As reported in The Lancet Oncology by Thierry Conroy, MD, and colleagues, the French phase III UNICANCER-PRODIGE 23 trial has shown that intensification of preoperative therapy with FOLFIRINOX (oxaliplatin, irinotecan, leucovorin, fluorouracil [5-FU]) prior to chemoradiotherapy resulted in improved disease-free survival in newly diagnosed locally advanced rectal cancer.
In the open-label multicenter trial, 461 patients with stage cT3 or cT4 M0 rectal adenocarcinoma were randomly assigned between June 2012 and June 2017 to receive neoadjuvant FOLFIRINOX followed by chemoradiotherapy (n = 231) or preoperative chemoradiotherapy alone (n = 230), both followed by total mesorectal excision and 3 vs 6 months of adjuvant chemotherapy.
Thierry Conroy, MD
FOLFIRINOX consisted of oxaliplatin at 85 mg/m², irinotecan at 180 mg/m², leucovorin at 400 mg/m², and 5-FU at 2,400 mg/m² every 14 days for six cycles. Chemoradiotherapy consisted of 50 Gy for 5 weeks and 800 mg/m² of concurrent oral capecitabine twice daily for 5 days per week.
Adjuvant chemotherapy was given for 3 months in the FOLFIRINOX group vs 6 months in the control group and consisted of modified FOLFOX6 (oxaliplatin at 85 mg/m² and leucovorin at 400 mg/m², followed by 400 mg/m² of 5-FU bolus and then continuous infusion of 2,400 mg/m² over 46 hours every 14 days) or capecitabine at 1,250 mg/m² orally twice daily on days 1 to 14 every 21 days. The primary endpoint was disease-free survival at 3 years in the intention-to-treat population.
Surgery was performed in 92% of patients in the FOLFIRINOX group vs 95% of the control group (P = .26). A total of 408 patients were eligible for adjuvant chemotherapy; of these, 160 (77%) of 207 patients in the FOLFIRINOX group and 158 (79%) of 201 in the control group received treatment.
Median follow-up was 46.5 months (interquartile range = 35.4–61.6 months). Rates of 3-year disease-free survival were 76% (95% confidence interval [CI] = 69%–81%) in the FOLFIRINOX group vs 69% (95% CI = 62%–74%) in the control group (stratified hazard ratio [HR] = 0.69, 95% CI = 0.49–0.97, P = .034). Subgroup analyses showed no evidence of heterogeneity of treatment effect size according to baseline characteristics.
Most recurrences were due to distant metastasis, occurring in 17% of the FOLFIRINOX group vs 25% of the control group. Metastasis-free survival at 3 years was 79% (95% CI = 73%–84%) vs 72% (95% CI = 65%–77%; stratified HR = 0.64, 95% CI = 0.44–0.93, P = .017). No difference between groups was observed for locoregional relapse (4% vs 6%, stratified HR = 0.78, 95% CI = 0.34–1.79, P = .56). Overall survival at 3 years was 91% (95% CI = 86%–94%) in the FOLFIRINOX group vs 88% (95% CI = 83%–91%) in the control group (stratified HR = 0.65, 95% CI = 0.40–1.05, P = .0773).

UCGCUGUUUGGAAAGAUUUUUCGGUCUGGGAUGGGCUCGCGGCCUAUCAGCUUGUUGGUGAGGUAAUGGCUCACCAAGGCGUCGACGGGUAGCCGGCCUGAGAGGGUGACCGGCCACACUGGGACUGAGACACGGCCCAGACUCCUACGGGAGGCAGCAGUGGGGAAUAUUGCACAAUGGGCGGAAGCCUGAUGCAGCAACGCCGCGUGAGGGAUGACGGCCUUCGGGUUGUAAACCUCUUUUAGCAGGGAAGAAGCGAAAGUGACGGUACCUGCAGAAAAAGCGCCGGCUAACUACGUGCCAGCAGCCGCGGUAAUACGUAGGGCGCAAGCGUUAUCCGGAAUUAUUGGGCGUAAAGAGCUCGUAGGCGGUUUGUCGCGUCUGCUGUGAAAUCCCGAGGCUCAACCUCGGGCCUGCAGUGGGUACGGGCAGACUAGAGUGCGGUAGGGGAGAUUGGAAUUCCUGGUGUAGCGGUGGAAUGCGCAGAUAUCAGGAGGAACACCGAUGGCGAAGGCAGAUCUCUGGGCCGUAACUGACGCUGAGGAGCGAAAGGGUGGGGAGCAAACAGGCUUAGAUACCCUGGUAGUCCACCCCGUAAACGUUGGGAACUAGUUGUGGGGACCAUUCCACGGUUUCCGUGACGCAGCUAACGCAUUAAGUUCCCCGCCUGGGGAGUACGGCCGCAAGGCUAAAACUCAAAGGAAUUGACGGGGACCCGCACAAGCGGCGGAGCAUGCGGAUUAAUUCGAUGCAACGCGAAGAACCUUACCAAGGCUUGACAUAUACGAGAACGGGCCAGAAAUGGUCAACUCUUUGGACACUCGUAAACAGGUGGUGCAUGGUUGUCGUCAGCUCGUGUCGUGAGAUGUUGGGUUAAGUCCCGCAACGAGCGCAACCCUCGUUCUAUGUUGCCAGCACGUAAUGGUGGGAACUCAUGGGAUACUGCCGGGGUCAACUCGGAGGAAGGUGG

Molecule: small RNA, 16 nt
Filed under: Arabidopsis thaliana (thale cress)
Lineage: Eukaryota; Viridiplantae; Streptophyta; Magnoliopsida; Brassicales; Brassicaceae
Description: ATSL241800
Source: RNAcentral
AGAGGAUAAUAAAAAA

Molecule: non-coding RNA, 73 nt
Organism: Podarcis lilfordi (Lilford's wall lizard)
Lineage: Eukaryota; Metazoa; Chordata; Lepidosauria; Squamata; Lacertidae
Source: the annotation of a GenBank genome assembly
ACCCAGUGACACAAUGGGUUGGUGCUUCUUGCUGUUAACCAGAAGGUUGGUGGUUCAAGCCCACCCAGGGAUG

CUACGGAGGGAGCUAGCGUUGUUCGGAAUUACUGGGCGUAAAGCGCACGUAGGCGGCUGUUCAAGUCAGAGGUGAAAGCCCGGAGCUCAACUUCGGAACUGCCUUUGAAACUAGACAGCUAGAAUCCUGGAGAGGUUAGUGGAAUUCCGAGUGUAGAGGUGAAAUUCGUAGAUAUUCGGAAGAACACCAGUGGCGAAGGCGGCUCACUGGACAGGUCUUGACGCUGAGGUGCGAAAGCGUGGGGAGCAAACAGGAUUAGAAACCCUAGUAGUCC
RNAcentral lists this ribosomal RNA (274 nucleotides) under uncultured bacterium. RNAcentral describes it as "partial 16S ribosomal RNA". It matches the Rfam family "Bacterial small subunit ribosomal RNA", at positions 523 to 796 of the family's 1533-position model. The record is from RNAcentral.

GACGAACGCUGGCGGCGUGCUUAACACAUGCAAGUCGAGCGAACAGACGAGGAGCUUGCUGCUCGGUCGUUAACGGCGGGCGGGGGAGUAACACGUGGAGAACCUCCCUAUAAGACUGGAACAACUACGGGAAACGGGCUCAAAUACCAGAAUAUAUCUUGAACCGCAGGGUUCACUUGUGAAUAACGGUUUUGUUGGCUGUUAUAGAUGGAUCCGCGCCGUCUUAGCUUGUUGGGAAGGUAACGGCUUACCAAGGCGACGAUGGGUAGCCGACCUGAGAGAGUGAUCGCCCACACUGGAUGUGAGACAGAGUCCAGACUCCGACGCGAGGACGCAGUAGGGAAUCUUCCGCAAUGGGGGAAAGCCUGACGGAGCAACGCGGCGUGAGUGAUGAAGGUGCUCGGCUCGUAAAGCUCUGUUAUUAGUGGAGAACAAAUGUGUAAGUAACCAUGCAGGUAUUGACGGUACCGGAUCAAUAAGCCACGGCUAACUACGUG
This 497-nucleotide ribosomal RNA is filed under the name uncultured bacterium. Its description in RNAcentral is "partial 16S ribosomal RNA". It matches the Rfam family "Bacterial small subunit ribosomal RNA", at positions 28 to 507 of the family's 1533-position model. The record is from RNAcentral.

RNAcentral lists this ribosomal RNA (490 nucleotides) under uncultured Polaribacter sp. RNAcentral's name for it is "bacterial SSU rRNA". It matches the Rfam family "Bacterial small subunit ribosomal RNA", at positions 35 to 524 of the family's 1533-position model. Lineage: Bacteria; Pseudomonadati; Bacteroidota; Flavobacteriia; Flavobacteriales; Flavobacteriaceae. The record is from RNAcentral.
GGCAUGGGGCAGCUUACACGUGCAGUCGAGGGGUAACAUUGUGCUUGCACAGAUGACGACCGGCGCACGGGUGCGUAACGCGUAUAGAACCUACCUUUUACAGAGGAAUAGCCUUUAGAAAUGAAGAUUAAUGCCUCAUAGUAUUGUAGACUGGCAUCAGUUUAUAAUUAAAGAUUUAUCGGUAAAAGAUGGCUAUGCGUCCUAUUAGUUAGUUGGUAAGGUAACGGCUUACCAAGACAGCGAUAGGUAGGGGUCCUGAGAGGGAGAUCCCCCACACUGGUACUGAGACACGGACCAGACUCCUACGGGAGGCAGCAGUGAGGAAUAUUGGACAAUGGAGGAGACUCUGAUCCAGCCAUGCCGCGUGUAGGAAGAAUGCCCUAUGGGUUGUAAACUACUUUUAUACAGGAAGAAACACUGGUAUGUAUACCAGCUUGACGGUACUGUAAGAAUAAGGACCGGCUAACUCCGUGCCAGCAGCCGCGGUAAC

During neoadjuvant FOLFIRINOX, grade ≥ 3 adverse events occurred in 47% of patients, with the most common being neutropenia (17%) and diarrhea (11%), and serious adverse events occurred in 20%. During chemoradiotherapy, the most common grade ≥ 3 adverse event was lymphopenia (28% vs 30%). During adjuvant chemotherapy, grade ≥ 3 adverse events occurred in 45% vs 76% of patients, with the most common being lymphopenia (11% vs 27%), neutropenia (6% vs 18%), and peripheral sensory neuropathy (12% vs 21%).
Serious adverse events occurred in 11% vs 23% of patients. Treatment-related death occurred in one patient in the FOLFIRINOX group (< 1%; due to sudden death) and two patients in the control group (1%; due to sudden death and myocardial infarction).
The investigators concluded, “Intensification of chemotherapy using FOLFIRINOX before preoperative chemoradiotherapy significantly improved outcomes compared with preoperative chemoradiotherapy in patients with cT3 or cT4 M0 rectal cancer. The significantly improved disease-free survival in the neoadjuvant chemotherapy group and the decreased neurotoxicity indicates that the perioperative approach is more efficient and better tolerated than adjuvant chemotherapy. Therefore, the PRODIGE 23 results might change clinical practice.”
Dr. Conroy, of the Department of Medical Oncology, Institut de Cancérologie de Lorraine, is the corresponding author for The Lancet Oncology article.
Disclosure: The study was funded by the Institut National du Cancer, Ligue Nationale Contre le Cancer, and R&D Unicancer. For full disclosures of the study authors, visit thelancet.com.The content in this post has not been reviewed by the American Society of Clinical Oncology, Inc. (ASCO®) and does not necessarily reflect the ideas and opinions of ASCO®.